Effects of somatostatin, somatostatin analogs, and endothelial cell somatostatin gene transfer on smooth muscle cell proliferation in vitro

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Somatostatin analogs inhibit neointimal hyperplasia and smooth muscle cell (SMC) proliferation in vivo. The gene transfer of somatostatin to endothelial cells (ECs) represents a potential means of local delivery of somatostatin to areas of arterial injury. This study tested the hypothesis that the retroviral gene transfer of somatostatin to ECs would inhibit SMC proliferation in vitro and evaluated the effects of somatostatin analogs on DNA synthesis and the growth of SMCs.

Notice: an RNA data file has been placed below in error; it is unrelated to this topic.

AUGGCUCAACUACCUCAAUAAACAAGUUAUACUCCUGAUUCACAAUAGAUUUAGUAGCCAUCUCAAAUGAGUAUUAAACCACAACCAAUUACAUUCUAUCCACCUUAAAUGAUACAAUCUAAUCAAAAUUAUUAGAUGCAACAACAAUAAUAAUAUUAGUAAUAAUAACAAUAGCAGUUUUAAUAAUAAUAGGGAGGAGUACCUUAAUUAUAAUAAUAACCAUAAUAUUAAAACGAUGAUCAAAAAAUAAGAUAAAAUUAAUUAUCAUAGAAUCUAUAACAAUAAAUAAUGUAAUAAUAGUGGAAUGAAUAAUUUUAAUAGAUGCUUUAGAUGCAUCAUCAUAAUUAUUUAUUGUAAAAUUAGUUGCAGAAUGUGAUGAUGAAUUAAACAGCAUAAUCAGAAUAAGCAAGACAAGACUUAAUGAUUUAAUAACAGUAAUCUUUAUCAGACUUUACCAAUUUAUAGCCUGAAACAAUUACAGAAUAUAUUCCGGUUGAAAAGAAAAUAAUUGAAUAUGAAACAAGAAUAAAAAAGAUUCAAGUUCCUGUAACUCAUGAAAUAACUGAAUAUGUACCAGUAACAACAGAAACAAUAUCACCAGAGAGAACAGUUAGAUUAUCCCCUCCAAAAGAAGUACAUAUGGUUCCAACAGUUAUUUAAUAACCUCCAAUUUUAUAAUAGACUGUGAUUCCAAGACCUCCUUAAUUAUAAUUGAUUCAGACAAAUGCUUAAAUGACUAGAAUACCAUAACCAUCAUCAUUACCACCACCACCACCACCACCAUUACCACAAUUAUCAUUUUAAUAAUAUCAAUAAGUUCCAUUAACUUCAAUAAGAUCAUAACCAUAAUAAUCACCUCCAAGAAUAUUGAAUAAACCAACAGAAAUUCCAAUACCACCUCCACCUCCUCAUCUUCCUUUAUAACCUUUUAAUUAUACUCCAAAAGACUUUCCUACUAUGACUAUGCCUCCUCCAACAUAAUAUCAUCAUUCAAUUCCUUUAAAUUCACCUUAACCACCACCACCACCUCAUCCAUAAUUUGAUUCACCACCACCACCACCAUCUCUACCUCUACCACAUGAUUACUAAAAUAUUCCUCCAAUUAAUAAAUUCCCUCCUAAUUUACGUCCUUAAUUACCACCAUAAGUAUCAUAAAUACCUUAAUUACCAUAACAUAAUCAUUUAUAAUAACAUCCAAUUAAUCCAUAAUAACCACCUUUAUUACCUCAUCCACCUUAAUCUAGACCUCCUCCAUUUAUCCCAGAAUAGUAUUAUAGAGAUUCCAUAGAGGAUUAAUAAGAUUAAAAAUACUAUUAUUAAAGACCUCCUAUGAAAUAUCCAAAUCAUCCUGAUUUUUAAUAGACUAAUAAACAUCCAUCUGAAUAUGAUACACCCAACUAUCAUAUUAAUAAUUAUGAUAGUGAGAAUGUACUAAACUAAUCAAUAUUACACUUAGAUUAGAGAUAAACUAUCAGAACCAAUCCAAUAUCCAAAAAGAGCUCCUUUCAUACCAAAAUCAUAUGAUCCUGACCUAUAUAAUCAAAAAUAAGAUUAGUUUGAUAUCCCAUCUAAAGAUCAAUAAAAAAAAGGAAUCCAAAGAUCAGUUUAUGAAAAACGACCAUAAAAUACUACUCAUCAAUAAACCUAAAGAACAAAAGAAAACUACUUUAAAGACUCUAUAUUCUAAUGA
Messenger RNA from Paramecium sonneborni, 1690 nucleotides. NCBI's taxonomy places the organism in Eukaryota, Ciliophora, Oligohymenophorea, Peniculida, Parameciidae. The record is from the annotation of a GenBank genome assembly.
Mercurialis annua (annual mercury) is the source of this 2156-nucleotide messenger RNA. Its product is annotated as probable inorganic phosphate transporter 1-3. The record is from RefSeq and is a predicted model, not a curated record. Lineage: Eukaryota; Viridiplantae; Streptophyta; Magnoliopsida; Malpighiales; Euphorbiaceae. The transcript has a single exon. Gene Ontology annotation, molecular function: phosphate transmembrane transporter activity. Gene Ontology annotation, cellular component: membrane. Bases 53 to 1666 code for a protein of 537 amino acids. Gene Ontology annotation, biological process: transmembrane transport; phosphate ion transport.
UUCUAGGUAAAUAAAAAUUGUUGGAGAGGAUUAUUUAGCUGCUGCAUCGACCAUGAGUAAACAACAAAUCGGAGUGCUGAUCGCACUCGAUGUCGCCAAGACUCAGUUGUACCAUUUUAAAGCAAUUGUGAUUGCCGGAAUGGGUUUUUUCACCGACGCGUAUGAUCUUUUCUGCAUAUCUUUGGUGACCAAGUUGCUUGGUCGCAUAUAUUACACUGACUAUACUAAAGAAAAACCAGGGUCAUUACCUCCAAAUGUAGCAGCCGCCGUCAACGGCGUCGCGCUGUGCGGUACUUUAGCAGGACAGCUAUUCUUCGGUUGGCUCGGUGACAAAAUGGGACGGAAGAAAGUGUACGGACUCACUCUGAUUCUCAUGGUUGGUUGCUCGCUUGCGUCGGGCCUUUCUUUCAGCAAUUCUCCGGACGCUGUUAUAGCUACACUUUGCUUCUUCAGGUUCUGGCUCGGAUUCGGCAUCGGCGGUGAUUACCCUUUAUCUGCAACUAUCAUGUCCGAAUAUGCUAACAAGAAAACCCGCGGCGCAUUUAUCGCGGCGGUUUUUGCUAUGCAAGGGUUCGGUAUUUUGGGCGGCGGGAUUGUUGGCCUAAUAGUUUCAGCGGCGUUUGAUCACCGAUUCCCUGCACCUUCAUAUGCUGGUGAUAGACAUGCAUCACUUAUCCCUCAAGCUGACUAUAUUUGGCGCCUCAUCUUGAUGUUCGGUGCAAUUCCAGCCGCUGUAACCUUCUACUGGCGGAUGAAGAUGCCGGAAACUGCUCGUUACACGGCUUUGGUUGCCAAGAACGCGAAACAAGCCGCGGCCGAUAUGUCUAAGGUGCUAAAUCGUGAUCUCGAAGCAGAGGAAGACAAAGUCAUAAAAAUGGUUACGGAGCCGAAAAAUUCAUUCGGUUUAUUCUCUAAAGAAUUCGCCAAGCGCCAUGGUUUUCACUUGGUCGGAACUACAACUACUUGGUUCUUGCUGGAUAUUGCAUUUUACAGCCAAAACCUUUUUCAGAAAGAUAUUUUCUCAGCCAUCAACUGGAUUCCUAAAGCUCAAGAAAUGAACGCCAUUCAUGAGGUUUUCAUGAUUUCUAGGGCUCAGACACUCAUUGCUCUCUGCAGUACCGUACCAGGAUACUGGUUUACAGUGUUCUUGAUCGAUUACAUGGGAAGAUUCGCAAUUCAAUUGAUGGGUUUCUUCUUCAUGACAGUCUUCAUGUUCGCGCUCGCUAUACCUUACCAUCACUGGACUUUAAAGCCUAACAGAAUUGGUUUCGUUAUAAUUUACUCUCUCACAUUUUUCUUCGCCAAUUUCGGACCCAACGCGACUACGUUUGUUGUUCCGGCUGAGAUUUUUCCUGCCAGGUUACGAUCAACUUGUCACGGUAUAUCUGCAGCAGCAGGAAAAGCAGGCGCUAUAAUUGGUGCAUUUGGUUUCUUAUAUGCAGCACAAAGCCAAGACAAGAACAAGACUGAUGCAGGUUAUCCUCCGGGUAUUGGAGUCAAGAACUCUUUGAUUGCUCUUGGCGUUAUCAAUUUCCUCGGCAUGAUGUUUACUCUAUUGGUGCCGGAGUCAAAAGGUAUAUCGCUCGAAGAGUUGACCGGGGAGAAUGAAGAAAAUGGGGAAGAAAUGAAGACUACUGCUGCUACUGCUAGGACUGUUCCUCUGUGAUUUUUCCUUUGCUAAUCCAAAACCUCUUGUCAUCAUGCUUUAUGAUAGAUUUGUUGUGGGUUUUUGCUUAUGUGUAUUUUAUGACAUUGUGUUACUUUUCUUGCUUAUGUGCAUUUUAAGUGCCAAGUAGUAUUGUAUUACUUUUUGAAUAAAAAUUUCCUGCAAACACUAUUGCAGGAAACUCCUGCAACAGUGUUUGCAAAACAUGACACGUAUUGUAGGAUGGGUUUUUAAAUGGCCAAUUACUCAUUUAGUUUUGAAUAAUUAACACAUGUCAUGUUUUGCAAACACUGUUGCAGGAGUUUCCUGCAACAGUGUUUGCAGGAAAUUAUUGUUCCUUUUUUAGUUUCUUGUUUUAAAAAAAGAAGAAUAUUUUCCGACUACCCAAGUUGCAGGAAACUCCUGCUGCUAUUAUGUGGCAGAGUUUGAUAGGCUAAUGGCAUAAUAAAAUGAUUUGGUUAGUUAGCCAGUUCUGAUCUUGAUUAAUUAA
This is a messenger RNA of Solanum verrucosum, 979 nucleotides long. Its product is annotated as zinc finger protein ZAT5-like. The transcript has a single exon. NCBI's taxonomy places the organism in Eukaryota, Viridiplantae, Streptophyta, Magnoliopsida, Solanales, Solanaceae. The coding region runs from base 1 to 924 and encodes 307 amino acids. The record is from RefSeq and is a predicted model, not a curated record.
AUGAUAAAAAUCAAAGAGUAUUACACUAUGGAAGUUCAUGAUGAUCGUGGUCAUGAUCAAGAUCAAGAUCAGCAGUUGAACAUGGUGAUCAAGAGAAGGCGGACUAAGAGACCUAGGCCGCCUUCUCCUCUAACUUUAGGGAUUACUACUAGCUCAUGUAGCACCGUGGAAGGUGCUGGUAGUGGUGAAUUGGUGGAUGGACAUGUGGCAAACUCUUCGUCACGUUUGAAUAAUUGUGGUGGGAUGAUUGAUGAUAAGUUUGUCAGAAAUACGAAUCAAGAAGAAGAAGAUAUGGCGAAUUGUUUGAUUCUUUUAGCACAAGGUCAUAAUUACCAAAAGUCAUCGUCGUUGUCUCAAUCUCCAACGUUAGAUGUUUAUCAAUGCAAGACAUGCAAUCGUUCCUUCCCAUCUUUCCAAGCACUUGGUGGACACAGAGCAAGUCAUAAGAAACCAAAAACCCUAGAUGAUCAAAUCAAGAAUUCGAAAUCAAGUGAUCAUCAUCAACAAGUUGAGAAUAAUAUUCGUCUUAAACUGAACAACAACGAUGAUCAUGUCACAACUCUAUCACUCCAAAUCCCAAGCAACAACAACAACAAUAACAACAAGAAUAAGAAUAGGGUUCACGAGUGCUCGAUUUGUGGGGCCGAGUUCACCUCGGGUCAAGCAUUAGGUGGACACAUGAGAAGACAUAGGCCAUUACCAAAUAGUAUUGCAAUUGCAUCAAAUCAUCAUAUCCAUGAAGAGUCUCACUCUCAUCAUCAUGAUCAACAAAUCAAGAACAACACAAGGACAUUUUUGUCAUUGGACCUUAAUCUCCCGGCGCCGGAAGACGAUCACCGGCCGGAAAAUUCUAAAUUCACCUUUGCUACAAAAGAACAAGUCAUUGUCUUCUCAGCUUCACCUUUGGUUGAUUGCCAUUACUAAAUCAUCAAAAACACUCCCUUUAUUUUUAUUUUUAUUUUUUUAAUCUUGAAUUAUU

Media transfer and coculture were used to determine the effects of somatostatin-producing ECs on SMC proliferation in vitro. The effects of a variety of somatostatin isoforms and analogs on the proliferation of SMCs, mitogenesis of serum-restimulated quiescent SMCs, and arterial explants were measured.


Despite the production of biologically relevant concentrations of somatostatin by ECs, no inhibition of SMC proliferation was noted. Somatostatin analogs inhibited DNA synthesis in arterial explants but did not inhibit either DNA synthesis or growth of cultured SMCs, which showed a likely effect of somatostatin on the initial transition in SMC phenotype.


Somatostatin exerts inhibitory effects on SMC proliferation only during the early transition to a proliferative phenotype. There are significant differences between this in vivo transition and the standard serum-restimulated model of cultured SMCs. These differences may account for the failure of somatostatin to inhibit SMC proliferation in the standard in vitro models.

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